Driving multiple servos from the RaspberryPi


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by rgh » Sun Aug 19, 2012 4:51 pm
Hi,
I've written a kernel driver for the Pi which lets you drive multiple servos, without having to resort to additional hardware such as micro-controllers. It seems to work very nicely, giving nice stable outputs even when the Pi is busy with other tasks; here's a screenshot of Panalyzer showing four servo outputs, of varying widths:

Image

You can control the pulse widths by writing commands to /dev/servoblaster. For example, to set servo 2 pulse width to 1200us, you'd do:

# echo 2=120 > /dev/servoblaster

You can find the code, and a ready built kernel module, here: https://github.com/richardghirst/PiBits/tree/master/ServoBlaster.

Here's the README, for more details:


ServoBlaster

This is a Linux kernel driver for the RaspberryPi, which provides an interface
to drive multiple servos via the GPIO pins. You control the servo postions by
sending commands to the driver saying what pulse width a particular servo
output should use. The driver maintains that pulse width until you send a new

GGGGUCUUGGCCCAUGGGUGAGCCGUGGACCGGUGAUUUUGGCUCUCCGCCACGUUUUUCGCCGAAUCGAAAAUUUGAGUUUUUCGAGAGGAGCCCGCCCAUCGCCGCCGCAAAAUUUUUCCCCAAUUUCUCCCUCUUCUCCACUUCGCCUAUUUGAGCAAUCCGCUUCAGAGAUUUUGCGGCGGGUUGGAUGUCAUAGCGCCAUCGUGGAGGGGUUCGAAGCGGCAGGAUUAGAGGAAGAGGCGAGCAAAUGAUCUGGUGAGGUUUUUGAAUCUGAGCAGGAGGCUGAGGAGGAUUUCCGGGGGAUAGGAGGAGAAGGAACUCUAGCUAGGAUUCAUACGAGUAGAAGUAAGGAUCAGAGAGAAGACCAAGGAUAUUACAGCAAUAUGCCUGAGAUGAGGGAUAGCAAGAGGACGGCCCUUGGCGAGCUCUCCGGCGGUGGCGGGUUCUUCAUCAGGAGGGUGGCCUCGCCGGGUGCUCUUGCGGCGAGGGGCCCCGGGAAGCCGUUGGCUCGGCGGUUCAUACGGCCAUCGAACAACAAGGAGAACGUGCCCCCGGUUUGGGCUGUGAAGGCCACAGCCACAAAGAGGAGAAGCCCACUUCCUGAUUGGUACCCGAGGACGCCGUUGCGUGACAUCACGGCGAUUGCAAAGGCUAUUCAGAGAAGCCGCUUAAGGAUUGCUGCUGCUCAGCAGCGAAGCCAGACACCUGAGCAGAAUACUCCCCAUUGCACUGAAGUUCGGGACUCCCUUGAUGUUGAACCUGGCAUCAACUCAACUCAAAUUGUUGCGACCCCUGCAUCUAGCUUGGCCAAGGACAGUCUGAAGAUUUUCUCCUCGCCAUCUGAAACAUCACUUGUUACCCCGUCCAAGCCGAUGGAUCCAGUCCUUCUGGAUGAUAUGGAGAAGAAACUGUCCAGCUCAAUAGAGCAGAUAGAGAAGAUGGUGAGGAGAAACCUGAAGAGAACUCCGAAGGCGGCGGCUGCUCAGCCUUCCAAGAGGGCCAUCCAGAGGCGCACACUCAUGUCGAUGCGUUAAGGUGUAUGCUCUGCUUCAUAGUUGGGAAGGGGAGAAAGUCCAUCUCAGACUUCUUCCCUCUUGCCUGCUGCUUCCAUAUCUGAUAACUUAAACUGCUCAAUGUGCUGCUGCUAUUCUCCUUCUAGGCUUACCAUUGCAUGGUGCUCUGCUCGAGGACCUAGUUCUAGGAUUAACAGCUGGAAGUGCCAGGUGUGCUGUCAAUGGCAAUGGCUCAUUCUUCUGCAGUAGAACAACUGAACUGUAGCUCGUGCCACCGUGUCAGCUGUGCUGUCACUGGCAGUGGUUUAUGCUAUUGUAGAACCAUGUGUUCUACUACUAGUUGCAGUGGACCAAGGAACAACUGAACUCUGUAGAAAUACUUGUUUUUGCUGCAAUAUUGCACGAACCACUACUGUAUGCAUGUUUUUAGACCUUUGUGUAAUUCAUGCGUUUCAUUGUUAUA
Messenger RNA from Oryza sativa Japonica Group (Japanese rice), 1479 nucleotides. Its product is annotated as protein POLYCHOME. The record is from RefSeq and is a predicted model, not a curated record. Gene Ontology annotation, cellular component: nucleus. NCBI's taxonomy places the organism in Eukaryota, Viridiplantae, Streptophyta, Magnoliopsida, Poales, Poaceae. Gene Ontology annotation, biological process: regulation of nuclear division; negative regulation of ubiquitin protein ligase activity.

command requesting some other width.

Currently is it configured to drive 8 servos. Servos typically need an active
high pulse of somewhere between 0.5ms and 2.5ms, where the pulse width controls
the position of the servo. The pulse should be repeated approximately every
20ms, although pulse frequency is not critical. The pulse width is critical,
as that translates directly to the servo position.

The driver creates a device file, /dev/servoblaster, in to which you can send
commands. The command format is "<servo-number>=<servo-position>", where servo
number is a number from 0 to 7 inclusive, and servo position is the pulse width
you want in units of 10us. So, if you want to set servo 3 to a pulse width of
1.2ms you could do this at the shell prompt:

echo 3=120 > /dev/servoblaster

120 is in units of 10us, so that is 1200us, or 1.2ms.

When the driver is first loaded the GPIO pins are configure to be outputs, and
their pulse widths are set to 0. This is so that servos don't jump to some
arbitrary postion when you load the driver. Once you know where you want your
servos positioned, write a value to /dev/servoblaster to enable the respective
output. When the driver is unloaded it attempts to shut down the outputs
cleanly, rather than cutting some pulse short and causing a servo position to
jump.

The driver allocates a timeslot of 2.5ms to each output (8 servos resulting in
a cycle time of 20ms). A servo output is set high at the start of its 2.5ms
timeslot, and set low after the appropriate delay. There is then a further
delay to take us to the end of that timeslot before the next servo output is
set high. This way there is only ever one servo output active at a time, which
helps keep the code simple.

The driver works by setting up a linked list of DMA control blocks with the
last one linked back to the first, so once initialized the DMA controller